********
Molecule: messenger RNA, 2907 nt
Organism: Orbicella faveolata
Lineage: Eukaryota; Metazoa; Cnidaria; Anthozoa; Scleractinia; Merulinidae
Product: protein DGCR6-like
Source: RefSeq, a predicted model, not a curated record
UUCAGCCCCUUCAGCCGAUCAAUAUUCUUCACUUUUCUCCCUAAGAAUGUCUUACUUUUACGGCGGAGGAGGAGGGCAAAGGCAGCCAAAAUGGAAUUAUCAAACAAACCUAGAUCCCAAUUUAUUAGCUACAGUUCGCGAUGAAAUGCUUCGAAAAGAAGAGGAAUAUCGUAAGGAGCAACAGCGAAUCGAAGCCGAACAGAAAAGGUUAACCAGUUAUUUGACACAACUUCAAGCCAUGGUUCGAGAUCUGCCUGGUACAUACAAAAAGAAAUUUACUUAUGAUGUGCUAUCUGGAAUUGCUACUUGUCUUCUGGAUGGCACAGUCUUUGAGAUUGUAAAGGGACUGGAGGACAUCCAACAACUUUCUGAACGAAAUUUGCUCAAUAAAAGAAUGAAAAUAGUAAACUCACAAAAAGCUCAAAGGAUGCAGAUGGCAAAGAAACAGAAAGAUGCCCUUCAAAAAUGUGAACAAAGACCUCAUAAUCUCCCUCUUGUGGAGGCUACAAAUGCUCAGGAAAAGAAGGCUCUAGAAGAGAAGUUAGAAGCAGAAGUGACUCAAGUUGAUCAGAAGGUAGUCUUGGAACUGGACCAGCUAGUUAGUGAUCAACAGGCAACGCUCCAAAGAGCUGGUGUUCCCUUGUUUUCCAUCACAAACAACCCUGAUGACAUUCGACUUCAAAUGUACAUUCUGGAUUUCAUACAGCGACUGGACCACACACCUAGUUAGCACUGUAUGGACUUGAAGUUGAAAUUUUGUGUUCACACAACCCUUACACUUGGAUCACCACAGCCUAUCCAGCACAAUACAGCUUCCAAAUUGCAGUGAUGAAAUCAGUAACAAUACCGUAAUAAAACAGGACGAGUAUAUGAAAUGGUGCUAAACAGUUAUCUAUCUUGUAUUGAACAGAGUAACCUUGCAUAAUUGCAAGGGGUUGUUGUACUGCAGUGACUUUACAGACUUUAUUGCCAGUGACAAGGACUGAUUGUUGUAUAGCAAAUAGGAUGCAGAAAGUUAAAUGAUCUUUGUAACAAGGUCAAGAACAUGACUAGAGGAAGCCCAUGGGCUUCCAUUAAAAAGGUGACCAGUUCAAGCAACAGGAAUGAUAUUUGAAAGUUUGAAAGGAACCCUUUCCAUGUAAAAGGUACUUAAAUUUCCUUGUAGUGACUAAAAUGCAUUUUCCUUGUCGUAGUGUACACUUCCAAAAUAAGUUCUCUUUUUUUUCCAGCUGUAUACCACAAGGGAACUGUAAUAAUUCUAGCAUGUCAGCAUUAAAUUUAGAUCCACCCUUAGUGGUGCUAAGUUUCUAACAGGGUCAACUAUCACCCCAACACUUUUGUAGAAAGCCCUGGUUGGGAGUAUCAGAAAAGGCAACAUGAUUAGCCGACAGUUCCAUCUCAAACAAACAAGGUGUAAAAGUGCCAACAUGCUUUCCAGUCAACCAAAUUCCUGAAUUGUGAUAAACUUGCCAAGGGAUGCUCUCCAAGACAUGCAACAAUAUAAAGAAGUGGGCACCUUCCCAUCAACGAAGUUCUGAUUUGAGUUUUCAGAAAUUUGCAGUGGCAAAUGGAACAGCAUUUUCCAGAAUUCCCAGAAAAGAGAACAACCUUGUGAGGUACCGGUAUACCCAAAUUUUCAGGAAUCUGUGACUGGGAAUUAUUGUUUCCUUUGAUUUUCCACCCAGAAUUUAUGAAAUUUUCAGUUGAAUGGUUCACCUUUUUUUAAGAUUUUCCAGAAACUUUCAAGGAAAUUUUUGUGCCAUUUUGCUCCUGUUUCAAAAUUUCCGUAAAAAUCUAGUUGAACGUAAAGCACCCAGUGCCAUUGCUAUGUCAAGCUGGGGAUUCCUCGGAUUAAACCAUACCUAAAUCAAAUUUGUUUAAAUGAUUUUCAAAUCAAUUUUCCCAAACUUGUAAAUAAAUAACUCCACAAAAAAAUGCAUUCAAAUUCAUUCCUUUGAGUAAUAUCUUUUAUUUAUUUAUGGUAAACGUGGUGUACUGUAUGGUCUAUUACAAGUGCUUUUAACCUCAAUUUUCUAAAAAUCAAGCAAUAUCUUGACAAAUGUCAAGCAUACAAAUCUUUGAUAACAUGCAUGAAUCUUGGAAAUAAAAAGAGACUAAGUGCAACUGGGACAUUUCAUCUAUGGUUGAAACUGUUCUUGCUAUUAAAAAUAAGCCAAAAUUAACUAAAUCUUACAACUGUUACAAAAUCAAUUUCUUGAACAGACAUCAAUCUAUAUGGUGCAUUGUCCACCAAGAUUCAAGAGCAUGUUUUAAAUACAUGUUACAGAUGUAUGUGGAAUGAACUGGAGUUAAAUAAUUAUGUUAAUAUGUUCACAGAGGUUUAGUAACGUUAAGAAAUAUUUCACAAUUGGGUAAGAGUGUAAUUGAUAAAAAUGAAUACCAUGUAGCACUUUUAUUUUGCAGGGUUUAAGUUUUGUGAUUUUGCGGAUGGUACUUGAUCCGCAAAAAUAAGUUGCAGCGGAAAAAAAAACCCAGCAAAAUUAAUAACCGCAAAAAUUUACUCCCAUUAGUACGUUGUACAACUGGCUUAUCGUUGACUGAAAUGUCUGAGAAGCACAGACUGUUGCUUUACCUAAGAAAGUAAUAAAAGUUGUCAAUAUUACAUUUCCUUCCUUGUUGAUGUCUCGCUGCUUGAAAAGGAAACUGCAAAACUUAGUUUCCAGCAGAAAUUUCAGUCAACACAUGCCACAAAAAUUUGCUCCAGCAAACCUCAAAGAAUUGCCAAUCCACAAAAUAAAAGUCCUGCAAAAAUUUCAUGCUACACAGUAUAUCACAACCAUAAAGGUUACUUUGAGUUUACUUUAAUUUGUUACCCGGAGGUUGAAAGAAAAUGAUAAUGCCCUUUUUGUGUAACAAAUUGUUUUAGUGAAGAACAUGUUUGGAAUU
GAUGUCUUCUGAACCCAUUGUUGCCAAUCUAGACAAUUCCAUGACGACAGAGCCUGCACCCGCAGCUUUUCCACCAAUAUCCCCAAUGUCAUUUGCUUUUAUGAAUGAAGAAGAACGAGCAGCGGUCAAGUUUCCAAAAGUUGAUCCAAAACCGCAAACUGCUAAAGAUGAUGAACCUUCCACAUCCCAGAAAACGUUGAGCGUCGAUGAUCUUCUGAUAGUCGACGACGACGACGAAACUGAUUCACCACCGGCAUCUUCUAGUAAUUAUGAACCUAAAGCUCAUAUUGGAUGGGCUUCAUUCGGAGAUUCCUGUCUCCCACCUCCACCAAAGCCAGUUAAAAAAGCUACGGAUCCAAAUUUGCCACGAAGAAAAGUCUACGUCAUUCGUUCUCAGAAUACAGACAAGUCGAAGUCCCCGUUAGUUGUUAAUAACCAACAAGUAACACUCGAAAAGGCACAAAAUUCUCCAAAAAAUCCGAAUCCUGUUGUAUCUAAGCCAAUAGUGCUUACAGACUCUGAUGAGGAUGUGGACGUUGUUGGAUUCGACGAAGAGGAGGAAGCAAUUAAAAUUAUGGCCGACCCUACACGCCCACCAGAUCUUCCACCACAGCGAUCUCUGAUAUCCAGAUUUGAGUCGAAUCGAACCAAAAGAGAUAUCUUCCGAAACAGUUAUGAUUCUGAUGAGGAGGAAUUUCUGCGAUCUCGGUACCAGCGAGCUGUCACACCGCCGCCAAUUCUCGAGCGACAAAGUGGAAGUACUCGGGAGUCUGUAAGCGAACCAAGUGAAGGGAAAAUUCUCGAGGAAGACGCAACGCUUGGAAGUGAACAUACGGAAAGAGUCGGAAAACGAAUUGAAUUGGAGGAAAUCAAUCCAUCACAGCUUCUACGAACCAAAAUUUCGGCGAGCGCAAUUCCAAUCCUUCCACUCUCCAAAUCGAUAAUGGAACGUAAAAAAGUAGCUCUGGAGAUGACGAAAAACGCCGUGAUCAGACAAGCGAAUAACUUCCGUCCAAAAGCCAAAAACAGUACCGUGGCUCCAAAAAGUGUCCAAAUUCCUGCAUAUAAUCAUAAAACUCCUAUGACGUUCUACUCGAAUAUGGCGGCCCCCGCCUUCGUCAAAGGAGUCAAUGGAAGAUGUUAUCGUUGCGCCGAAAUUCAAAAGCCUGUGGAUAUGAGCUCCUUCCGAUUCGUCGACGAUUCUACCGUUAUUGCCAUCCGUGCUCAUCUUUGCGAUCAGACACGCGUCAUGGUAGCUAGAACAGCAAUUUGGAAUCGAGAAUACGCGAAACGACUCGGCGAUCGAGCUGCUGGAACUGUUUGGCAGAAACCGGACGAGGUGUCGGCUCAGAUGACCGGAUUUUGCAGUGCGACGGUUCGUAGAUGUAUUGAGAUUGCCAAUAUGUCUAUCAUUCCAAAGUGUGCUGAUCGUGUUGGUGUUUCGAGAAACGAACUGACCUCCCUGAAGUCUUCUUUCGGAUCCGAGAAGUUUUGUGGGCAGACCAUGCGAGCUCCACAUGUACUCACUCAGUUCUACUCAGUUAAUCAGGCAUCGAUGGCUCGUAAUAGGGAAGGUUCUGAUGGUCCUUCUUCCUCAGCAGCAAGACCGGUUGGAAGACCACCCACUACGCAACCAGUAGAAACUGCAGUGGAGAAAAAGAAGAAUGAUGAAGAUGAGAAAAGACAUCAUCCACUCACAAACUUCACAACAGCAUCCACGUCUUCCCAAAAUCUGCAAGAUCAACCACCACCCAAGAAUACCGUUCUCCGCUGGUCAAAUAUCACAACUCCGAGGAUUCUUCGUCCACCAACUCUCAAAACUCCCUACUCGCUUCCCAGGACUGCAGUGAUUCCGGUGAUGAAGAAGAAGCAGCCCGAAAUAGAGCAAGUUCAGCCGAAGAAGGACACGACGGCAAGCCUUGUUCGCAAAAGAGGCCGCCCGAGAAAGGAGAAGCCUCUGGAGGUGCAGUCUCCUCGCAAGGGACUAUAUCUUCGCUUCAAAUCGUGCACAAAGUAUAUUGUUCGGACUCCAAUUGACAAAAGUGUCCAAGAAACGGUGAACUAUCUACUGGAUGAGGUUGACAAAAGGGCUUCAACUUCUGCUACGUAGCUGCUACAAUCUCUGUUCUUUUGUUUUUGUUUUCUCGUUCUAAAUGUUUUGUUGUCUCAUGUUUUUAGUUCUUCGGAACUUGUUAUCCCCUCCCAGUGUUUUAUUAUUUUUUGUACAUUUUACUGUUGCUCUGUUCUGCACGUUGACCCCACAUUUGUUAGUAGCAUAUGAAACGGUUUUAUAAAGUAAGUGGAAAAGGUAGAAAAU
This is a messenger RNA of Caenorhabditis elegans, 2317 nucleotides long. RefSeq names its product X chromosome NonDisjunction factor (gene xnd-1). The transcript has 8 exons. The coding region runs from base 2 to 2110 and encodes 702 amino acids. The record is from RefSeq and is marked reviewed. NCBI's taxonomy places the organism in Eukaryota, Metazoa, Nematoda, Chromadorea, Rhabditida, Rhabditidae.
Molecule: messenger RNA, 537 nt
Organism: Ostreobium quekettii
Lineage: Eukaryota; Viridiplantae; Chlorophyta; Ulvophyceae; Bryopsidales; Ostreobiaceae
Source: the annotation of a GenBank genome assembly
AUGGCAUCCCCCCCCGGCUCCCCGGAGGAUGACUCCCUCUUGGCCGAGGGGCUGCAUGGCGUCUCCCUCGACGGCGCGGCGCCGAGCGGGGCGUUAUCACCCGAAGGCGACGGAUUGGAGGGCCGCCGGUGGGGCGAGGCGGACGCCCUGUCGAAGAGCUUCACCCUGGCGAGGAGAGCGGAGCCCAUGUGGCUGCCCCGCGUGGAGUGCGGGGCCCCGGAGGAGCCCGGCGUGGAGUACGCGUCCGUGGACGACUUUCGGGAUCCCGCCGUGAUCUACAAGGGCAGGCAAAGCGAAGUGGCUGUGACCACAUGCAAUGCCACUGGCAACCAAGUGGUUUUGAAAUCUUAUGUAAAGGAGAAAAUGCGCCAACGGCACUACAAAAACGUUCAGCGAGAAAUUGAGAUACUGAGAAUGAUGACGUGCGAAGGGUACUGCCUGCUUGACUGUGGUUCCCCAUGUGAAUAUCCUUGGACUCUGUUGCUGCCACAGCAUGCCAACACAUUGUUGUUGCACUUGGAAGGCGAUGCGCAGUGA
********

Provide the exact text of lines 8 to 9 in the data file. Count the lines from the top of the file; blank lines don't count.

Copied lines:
This is a messenger RNA of Caenorhabditis elegans, 2317 nucleotides long. RefSeq names its product X chromosome NonDisjunction factor (gene xnd-1). The transcript has 8 exons. The coding region runs from base 2 to 2110 and encodes 702 amino acids. The record is from RefSeq and is marked reviewed. NCBI's taxonomy places the organism in Eukaryota, Metazoa, Nematoda, Chromadorea, Rhabditida, Rhabditidae.
Molecule: messenger RNA, 537 nt